Density is in the mind of the beholder

Paris
CC BY 2.0 Lloyd Alter

The annual Congress for the New Urbanism starts today in Buffalo and just about everybody I have ever written about in TreeHugger is going. (I am going on Friday to cover the last two days for TreeHugger). One participant I hope to meet is Brent Toderian, former chief planner of the City of Vancouver and now a planning consultant and contributor to Planetizen. He notes in a recent post, Tall Tower Debates Could Use Less Dogma, Better Design that " height is often a more polarizing and controversial issue than density itself."

Height and density have a relationship, one that can be over-simplified or mischaracterized, but it’s important to note that they aren’t the same thing. You can have density without height, and yes, you can have height without density.

Brent instead makes the case that what we want is Density done well.

I reject the idea of any density at any height at any cost, and I dislike these kind of extreme and lazy false choices as unhelpful to a useful dialogue on what well-designed density can do.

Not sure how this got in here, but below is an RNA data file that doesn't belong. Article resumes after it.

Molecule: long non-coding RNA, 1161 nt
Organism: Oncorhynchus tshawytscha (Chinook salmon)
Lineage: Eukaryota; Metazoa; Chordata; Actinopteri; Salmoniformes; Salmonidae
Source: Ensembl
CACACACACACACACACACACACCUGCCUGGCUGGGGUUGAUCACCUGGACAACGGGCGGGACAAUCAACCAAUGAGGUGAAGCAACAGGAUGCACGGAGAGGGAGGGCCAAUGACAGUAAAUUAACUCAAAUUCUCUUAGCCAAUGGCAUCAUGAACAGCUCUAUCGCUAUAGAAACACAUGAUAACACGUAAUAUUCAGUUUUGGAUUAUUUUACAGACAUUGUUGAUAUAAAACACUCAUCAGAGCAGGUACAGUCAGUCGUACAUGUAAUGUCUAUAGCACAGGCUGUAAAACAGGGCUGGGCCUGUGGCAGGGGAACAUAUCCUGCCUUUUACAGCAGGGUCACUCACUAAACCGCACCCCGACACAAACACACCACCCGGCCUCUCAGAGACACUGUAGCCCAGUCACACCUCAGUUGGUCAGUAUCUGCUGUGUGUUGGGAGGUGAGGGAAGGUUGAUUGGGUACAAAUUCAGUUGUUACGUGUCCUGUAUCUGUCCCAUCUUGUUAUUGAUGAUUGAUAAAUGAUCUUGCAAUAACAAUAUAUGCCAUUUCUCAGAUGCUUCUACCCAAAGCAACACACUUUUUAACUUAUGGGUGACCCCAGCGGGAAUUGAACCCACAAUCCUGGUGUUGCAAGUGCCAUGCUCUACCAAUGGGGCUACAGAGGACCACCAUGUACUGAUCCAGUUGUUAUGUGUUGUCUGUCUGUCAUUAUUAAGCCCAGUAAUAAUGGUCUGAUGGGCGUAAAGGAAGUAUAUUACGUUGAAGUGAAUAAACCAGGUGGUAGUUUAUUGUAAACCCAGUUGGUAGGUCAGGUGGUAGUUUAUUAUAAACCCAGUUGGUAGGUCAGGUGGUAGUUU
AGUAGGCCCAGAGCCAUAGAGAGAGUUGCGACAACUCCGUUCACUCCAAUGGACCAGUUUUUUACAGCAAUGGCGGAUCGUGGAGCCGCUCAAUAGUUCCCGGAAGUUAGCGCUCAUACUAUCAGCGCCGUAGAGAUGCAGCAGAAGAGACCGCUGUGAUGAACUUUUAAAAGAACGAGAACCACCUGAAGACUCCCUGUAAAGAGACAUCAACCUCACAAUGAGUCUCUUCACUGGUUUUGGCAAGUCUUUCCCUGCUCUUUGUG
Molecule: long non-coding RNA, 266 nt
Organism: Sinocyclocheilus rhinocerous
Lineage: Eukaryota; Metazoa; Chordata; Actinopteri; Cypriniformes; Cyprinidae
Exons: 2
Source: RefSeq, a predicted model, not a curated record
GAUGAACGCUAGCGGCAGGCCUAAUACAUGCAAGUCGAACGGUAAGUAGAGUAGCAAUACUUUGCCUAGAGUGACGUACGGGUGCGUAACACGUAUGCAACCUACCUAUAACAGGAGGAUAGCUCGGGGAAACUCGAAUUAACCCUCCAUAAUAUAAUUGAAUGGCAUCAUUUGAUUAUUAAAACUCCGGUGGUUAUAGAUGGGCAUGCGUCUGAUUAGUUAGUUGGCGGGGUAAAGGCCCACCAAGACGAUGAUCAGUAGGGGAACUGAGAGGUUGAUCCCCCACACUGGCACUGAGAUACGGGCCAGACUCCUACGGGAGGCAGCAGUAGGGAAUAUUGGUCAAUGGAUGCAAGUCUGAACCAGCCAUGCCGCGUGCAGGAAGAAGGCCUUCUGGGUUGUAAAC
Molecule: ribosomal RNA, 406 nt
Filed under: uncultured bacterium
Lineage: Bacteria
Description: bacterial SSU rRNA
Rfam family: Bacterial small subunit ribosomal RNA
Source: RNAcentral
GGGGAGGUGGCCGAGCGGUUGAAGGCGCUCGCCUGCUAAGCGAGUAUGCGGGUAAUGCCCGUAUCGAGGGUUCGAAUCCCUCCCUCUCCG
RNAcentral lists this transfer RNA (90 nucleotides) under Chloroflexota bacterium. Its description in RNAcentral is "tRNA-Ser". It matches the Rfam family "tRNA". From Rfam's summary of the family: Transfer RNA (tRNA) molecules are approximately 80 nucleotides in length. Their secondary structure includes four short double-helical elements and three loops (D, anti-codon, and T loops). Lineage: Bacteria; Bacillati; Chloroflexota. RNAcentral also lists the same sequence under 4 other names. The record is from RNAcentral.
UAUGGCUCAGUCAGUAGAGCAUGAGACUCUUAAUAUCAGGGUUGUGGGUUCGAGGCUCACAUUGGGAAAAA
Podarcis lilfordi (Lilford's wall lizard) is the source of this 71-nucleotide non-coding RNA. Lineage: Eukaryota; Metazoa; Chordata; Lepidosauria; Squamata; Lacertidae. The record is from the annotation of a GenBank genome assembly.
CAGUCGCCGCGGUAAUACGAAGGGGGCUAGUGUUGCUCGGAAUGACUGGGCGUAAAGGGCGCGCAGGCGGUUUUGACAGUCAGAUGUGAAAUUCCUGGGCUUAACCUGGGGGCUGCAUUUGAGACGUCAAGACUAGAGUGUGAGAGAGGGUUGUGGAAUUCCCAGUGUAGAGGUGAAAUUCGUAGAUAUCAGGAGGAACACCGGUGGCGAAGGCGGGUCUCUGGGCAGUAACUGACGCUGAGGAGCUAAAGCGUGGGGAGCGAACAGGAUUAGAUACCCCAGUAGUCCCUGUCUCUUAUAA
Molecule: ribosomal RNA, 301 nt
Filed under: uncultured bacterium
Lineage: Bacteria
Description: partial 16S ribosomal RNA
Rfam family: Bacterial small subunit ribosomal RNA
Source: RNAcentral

Flickr/ Vancouver Skyline/ Omer Wazir/CC BY 2.0

More in Planetizen.

A new study out of Paris confirms this position, and mine that there is a Goldilocks density that's just right. The Atelier Parisien d’Urbanisme, or APUR, the Paris Planning Agency, studied the 19th century planning of the 9th arrondissement and the 60s planning of the 15th, both comfortable middle class areas, and found that true density is completely different than perceived density.

It becomes apparent that people living in tower blocks such as in the 15th arrondissement consider “the height of the buildings [...] oppressing” and think that their neighborhood is much too dense. Yet, the floor area ratio and the rate of visits of this urban area are both very low in relation to the other neighborhoods studied. On the contrary, residents from an urban fabric which is continuous and coherent, on the architectural level, appreciate the well-being of such a neighborhoods, while not detecting its high density. Perceived density changes according to different factors. It tends to increase when buildings have a large number of units, and it tends to decrease when there is a strong presence of nearby facilities and services such as businesses, leisure activities, and culture.

In other words, the denser, closer old buildings felt a lot less oppressive and dense than the towers, even though they were in fact significantly denser. It's how you pack them in, not how high you build, that determines how it is perceived. More at the Sustainable Cities Collective

Tags: Urban Life | Urban Planning

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